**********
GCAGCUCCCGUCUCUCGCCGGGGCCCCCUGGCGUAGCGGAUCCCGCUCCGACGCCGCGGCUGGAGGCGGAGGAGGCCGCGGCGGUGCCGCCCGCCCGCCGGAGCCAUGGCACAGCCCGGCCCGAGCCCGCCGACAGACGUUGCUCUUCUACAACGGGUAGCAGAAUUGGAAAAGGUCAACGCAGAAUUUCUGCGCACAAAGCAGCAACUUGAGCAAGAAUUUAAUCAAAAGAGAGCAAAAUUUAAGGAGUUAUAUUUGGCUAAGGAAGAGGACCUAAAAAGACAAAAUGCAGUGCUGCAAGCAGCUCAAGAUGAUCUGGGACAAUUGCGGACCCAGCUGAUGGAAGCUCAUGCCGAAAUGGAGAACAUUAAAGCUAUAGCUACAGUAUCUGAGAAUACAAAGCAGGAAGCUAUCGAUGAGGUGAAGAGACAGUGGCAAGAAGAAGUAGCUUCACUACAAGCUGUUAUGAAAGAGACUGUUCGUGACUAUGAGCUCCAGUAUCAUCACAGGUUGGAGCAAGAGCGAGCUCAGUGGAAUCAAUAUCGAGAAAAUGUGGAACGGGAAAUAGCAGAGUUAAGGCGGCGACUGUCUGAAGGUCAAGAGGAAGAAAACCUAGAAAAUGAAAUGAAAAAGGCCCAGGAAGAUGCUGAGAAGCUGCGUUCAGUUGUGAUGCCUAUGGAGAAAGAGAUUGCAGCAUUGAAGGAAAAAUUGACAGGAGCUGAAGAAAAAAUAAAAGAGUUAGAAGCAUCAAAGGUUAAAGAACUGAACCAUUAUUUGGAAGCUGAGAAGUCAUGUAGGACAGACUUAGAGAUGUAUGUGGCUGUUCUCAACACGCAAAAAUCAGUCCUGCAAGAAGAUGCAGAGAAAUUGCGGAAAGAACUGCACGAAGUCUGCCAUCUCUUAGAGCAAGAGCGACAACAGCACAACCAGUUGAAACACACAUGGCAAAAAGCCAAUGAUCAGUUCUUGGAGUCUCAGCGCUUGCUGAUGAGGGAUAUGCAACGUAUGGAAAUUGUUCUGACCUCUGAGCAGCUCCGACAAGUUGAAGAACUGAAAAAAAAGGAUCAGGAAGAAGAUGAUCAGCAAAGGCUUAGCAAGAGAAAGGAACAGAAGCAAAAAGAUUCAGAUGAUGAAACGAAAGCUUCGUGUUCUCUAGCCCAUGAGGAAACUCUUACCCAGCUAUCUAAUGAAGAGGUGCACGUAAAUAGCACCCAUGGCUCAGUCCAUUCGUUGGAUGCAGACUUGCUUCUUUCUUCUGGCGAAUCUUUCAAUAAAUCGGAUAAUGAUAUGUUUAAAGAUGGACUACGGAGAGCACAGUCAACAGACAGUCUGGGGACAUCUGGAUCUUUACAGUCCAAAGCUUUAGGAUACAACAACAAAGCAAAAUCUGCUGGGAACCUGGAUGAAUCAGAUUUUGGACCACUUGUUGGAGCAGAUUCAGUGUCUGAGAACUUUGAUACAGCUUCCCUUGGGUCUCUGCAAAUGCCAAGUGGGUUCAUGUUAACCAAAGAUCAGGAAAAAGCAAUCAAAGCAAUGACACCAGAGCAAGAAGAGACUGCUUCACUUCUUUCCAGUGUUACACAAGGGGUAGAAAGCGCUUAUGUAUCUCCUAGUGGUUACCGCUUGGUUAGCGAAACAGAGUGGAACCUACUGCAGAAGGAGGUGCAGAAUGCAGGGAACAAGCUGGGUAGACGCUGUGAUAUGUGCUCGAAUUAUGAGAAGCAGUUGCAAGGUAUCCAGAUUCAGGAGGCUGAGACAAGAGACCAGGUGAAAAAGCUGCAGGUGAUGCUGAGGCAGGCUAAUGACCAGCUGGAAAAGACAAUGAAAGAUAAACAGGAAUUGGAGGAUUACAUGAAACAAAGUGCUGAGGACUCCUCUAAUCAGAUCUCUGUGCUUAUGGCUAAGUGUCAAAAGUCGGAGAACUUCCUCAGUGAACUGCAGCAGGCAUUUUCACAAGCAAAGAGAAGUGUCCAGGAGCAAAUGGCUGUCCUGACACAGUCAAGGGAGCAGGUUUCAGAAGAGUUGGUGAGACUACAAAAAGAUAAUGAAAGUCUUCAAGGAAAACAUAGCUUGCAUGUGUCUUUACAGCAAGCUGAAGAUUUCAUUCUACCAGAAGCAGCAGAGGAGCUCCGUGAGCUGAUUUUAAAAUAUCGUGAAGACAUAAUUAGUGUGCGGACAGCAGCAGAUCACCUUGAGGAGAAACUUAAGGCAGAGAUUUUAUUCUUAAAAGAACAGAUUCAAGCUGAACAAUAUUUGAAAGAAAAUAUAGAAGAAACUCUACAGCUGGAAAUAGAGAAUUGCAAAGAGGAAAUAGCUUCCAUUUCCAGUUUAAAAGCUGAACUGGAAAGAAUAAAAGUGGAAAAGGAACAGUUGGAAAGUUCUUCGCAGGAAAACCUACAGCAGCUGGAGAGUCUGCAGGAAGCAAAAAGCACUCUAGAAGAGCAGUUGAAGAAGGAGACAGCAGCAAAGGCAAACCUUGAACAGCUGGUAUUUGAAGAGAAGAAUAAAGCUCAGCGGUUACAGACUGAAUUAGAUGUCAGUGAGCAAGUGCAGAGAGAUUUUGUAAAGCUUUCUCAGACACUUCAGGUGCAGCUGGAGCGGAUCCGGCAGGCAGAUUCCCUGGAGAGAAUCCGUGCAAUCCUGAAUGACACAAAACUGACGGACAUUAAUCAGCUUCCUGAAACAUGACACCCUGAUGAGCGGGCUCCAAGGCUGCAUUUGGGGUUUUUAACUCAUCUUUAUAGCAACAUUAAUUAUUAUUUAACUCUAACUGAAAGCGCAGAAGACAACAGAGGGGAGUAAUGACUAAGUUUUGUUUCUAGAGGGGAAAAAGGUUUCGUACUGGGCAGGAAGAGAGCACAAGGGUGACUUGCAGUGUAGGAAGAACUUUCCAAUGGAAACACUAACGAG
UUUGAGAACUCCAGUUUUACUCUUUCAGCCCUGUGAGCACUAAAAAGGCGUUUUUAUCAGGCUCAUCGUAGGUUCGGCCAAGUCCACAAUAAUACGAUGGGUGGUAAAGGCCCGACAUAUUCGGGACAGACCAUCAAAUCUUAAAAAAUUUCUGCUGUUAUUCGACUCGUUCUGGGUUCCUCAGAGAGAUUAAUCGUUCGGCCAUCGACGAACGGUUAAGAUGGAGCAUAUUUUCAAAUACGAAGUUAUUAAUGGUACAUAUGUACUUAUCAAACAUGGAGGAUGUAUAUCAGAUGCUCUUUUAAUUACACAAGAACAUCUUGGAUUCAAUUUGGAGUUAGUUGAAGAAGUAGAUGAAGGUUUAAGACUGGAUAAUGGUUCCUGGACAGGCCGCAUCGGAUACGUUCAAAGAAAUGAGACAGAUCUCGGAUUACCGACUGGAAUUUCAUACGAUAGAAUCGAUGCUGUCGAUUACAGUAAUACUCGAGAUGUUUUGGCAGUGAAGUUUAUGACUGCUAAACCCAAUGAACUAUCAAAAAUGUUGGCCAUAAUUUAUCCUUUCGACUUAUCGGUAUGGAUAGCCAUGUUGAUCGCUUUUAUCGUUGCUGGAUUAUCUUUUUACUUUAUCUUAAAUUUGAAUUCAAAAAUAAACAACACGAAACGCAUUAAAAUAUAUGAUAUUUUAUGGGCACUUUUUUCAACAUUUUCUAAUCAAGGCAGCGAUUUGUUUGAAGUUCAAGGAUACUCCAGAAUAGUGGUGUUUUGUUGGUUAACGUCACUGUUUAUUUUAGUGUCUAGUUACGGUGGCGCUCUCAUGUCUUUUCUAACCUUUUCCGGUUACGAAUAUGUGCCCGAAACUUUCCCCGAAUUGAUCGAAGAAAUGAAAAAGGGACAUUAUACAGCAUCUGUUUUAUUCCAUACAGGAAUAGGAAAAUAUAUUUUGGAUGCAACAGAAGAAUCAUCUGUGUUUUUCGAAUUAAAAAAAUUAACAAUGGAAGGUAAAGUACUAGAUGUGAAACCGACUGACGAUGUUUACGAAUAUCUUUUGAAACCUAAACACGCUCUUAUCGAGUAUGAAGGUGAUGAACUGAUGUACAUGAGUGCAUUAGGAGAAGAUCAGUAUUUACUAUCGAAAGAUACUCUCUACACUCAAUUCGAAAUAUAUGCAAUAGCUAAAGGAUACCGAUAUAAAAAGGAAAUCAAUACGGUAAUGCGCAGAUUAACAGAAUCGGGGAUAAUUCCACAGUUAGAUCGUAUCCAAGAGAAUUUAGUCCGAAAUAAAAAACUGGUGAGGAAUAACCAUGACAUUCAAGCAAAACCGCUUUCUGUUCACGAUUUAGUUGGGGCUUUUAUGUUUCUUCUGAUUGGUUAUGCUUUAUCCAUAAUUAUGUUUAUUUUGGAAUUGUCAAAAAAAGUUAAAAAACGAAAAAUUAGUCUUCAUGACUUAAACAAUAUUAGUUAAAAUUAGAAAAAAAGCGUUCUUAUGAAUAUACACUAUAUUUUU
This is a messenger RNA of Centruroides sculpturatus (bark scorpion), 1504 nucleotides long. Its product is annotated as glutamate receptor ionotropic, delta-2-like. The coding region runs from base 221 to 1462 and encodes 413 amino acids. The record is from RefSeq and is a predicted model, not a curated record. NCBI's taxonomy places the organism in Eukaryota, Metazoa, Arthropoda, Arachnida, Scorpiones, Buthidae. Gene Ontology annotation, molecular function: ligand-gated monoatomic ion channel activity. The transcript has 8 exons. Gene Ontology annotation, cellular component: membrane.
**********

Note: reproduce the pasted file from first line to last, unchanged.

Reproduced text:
GCAGCUCCCGUCUCUCGCCGGGGCCCCCUGGCGUAGCGGAUCCCGCUCCGACGCCGCGGCUGGAGGCGGAGGAGGCCGCGGCGGUGCCGCCCGCCCGCCGGAGCCAUGGCACAGCCCGGCCCGAGCCCGCCGACAGACGUUGCUCUUCUACAACGGGUAGCAGAAUUGGAAAAGGUCAACGCAGAAUUUCUGCGCACAAAGCAGCAACUUGAGCAAGAAUUUAAUCAAAAGAGAGCAAAAUUUAAGGAGUUAUAUUUGGCUAAGGAAGAGGACCUAAAAAGACAAAAUGCAGUGCUGCAAGCAGCUCAAGAUGAUCUGGGACAAUUGCGGACCCAGCUGAUGGAAGCUCAUGCCGAAAUGGAGAACAUUAAAGCUAUAGCUACAGUAUCUGAGAAUACAAAGCAGGAAGCUAUCGAUGAGGUGAAGAGACAGUGGCAAGAAGAAGUAGCUUCACUACAAGCUGUUAUGAAAGAGACUGUUCGUGACUAUGAGCUCCAGUAUCAUCACAGGUUGGAGCAAGAGCGAGCUCAGUGGAAUCAAUAUCGAGAAAAUGUGGAACGGGAAAUAGCAGAGUUAAGGCGGCGACUGUCUGAAGGUCAAGAGGAAGAAAACCUAGAAAAUGAAAUGAAAAAGGCCCAGGAAGAUGCUGAGAAGCUGCGUUCAGUUGUGAUGCCUAUGGAGAAAGAGAUUGCAGCAUUGAAGGAAAAAUUGACAGGAGCUGAAGAAAAAAUAAAAGAGUUAGAAGCAUCAAAGGUUAAAGAACUGAACCAUUAUUUGGAAGCUGAGAAGUCAUGUAGGACAGACUUAGAGAUGUAUGUGGCUGUUCUCAACACGCAAAAAUCAGUCCUGCAAGAAGAUGCAGAGAAAUUGCGGAAAGAACUGCACGAAGUCUGCCAUCUCUUAGAGCAAGAGCGACAACAGCACAACCAGUUGAAACACACAUGGCAAAAAGCCAAUGAUCAGUUCUUGGAGUCUCAGCGCUUGCUGAUGAGGGAUAUGCAACGUAUGGAAAUUGUUCUGACCUCUGAGCAGCUCCGACAAGUUGAAGAACUGAAAAAAAAGGAUCAGGAAGAAGAUGAUCAGCAAAGGCUUAGCAAGAGAAAGGAACAGAAGCAAAAAGAUUCAGAUGAUGAAACGAAAGCUUCGUGUUCUCUAGCCCAUGAGGAAACUCUUACCCAGCUAUCUAAUGAAGAGGUGCACGUAAAUAGCACCCAUGGCUCAGUCCAUUCGUUGGAUGCAGACUUGCUUCUUUCUUCUGGCGAAUCUUUCAAUAAAUCGGAUAAUGAUAUGUUUAAAGAUGGACUACGGAGAGCACAGUCAACAGACAGUCUGGGGACAUCUGGAUCUUUACAGUCCAAAGCUUUAGGAUACAACAACAAAGCAAAAUCUGCUGGGAACCUGGAUGAAUCAGAUUUUGGACCACUUGUUGGAGCAGAUUCAGUGUCUGAGAACUUUGAUACAGCUUCCCUUGGGUCUCUGCAAAUGCCAAGUGGGUUCAUGUUAACCAAAGAUCAGGAAAAAGCAAUCAAAGCAAUGACACCAGAGCAAGAAGAGACUGCUUCACUUCUUUCCAGUGUUACACAAGGGGUAGAAAGCGCUUAUGUAUCUCCUAGUGGUUACCGCUUGGUUAGCGAAACAGAGUGGAACCUACUGCAGAAGGAGGUGCAGAAUGCAGGGAACAAGCUGGGUAGACGCUGUGAUAUGUGCUCGAAUUAUGAGAAGCAGUUGCAAGGUAUCCAGAUUCAGGAGGCUGAGACAAGAGACCAGGUGAAAAAGCUGCAGGUGAUGCUGAGGCAGGCUAAUGACCAGCUGGAAAAGACAAUGAAAGAUAAACAGGAAUUGGAGGAUUACAUGAAACAAAGUGCUGAGGACUCCUCUAAUCAGAUCUCUGUGCUUAUGGCUAAGUGUCAAAAGUCGGAGAACUUCCUCAGUGAACUGCAGCAGGCAUUUUCACAAGCAAAGAGAAGUGUCCAGGAGCAAAUGGCUGUCCUGACACAGUCAAGGGAGCAGGUUUCAGAAGAGUUGGUGAGACUACAAAAAGAUAAUGAAAGUCUUCAAGGAAAACAUAGCUUGCAUGUGUCUUUACAGCAAGCUGAAGAUUUCAUUCUACCAGAAGCAGCAGAGGAGCUCCGUGAGCUGAUUUUAAAAUAUCGUGAAGACAUAAUUAGUGUGCGGACAGCAGCAGAUCACCUUGAGGAGAAACUUAAGGCAGAGAUUUUAUUCUUAAAAGAACAGAUUCAAGCUGAACAAUAUUUGAAAGAAAAUAUAGAAGAAACUCUACAGCUGGAAAUAGAGAAUUGCAAAGAGGAAAUAGCUUCCAUUUCCAGUUUAAAAGCUGAACUGGAAAGAAUAAAAGUGGAAAAGGAACAGUUGGAAAGUUCUUCGCAGGAAAACCUACAGCAGCUGGAGAGUCUGCAGGAAGCAAAAAGCACUCUAGAAGAGCAGUUGAAGAAGGAGACAGCAGCAAAGGCAAACCUUGAACAGCUGGUAUUUGAAGAGAAGAAUAAAGCUCAGCGGUUACAGACUGAAUUAGAUGUCAGUGAGCAAGUGCAGAGAGAUUUUGUAAAGCUUUCUCAGACACUUCAGGUGCAGCUGGAGCGGAUCCGGCAGGCAGAUUCCCUGGAGAGAAUCCGUGCAAUCCUGAAUGACACAAAACUGACGGACAUUAAUCAGCUUCCUGAAACAUGACACCCUGAUGAGCGGGCUCCAAGGCUGCAUUUGGGGUUUUUAACUCAUCUUUAUAGCAACAUUAAUUAUUAUUUAACUCUAACUGAAAGCGCAGAAGACAACAGAGGGGAGUAAUGACUAAGUUUUGUUUCUAGAGGGGAAAAAGGUUUCGUACUGGGCAGGAAGAGAGCACAAGGGUGACUUGCAGUGUAGGAAGAACUUUCCAAUGGAAACACUAACGAG
UUUGAGAACUCCAGUUUUACUCUUUCAGCCCUGUGAGCACUAAAAAGGCGUUUUUAUCAGGCUCAUCGUAGGUUCGGCCAAGUCCACAAUAAUACGAUGGGUGGUAAAGGCCCGACAUAUUCGGGACAGACCAUCAAAUCUUAAAAAAUUUCUGCUGUUAUUCGACUCGUUCUGGGUUCCUCAGAGAGAUUAAUCGUUCGGCCAUCGACGAACGGUUAAGAUGGAGCAUAUUUUCAAAUACGAAGUUAUUAAUGGUACAUAUGUACUUAUCAAACAUGGAGGAUGUAUAUCAGAUGCUCUUUUAAUUACACAAGAACAUCUUGGAUUCAAUUUGGAGUUAGUUGAAGAAGUAGAUGAAGGUUUAAGACUGGAUAAUGGUUCCUGGACAGGCCGCAUCGGAUACGUUCAAAGAAAUGAGACAGAUCUCGGAUUACCGACUGGAAUUUCAUACGAUAGAAUCGAUGCUGUCGAUUACAGUAAUACUCGAGAUGUUUUGGCAGUGAAGUUUAUGACUGCUAAACCCAAUGAACUAUCAAAAAUGUUGGCCAUAAUUUAUCCUUUCGACUUAUCGGUAUGGAUAGCCAUGUUGAUCGCUUUUAUCGUUGCUGGAUUAUCUUUUUACUUUAUCUUAAAUUUGAAUUCAAAAAUAAACAACACGAAACGCAUUAAAAUAUAUGAUAUUUUAUGGGCACUUUUUUCAACAUUUUCUAAUCAAGGCAGCGAUUUGUUUGAAGUUCAAGGAUACUCCAGAAUAGUGGUGUUUUGUUGGUUAACGUCACUGUUUAUUUUAGUGUCUAGUUACGGUGGCGCUCUCAUGUCUUUUCUAACCUUUUCCGGUUACGAAUAUGUGCCCGAAACUUUCCCCGAAUUGAUCGAAGAAAUGAAAAAGGGACAUUAUACAGCAUCUGUUUUAUUCCAUACAGGAAUAGGAAAAUAUAUUUUGGAUGCAACAGAAGAAUCAUCUGUGUUUUUCGAAUUAAAAAAAUUAACAAUGGAAGGUAAAGUACUAGAUGUGAAACCGACUGACGAUGUUUACGAAUAUCUUUUGAAACCUAAACACGCUCUUAUCGAGUAUGAAGGUGAUGAACUGAUGUACAUGAGUGCAUUAGGAGAAGAUCAGUAUUUACUAUCGAAAGAUACUCUCUACACUCAAUUCGAAAUAUAUGCAAUAGCUAAAGGAUACCGAUAUAAAAAGGAAAUCAAUACGGUAAUGCGCAGAUUAACAGAAUCGGGGAUAAUUCCACAGUUAGAUCGUAUCCAAGAGAAUUUAGUCCGAAAUAAAAAACUGGUGAGGAAUAACCAUGACAUUCAAGCAAAACCGCUUUCUGUUCACGAUUUAGUUGGGGCUUUUAUGUUUCUUCUGAUUGGUUAUGCUUUAUCCAUAAUUAUGUUUAUUUUGGAAUUGUCAAAAAAAGUUAAAAAACGAAAAAUUAGUCUUCAUGACUUAAACAAUAUUAGUUAAAAUUAGAAAAAAAGCGUUCUUAUGAAUAUACACUAUAUUUUU
This is a messenger RNA of Centruroides sculpturatus (bark scorpion), 1504 nucleotides long. Its product is annotated as glutamate receptor ionotropic, delta-2-like. The coding region runs from base 221 to 1462 and encodes 413 amino acids. The record is from RefSeq and is a predicted model, not a curated record. NCBI's taxonomy places the organism in Eukaryota, Metazoa, Arthropoda, Arachnida, Scorpiones, Buthidae. Gene Ontology annotation, molecular function: ligand-gated monoatomic ion channel activity. The transcript has 8 exons. Gene Ontology annotation, cellular component: membrane.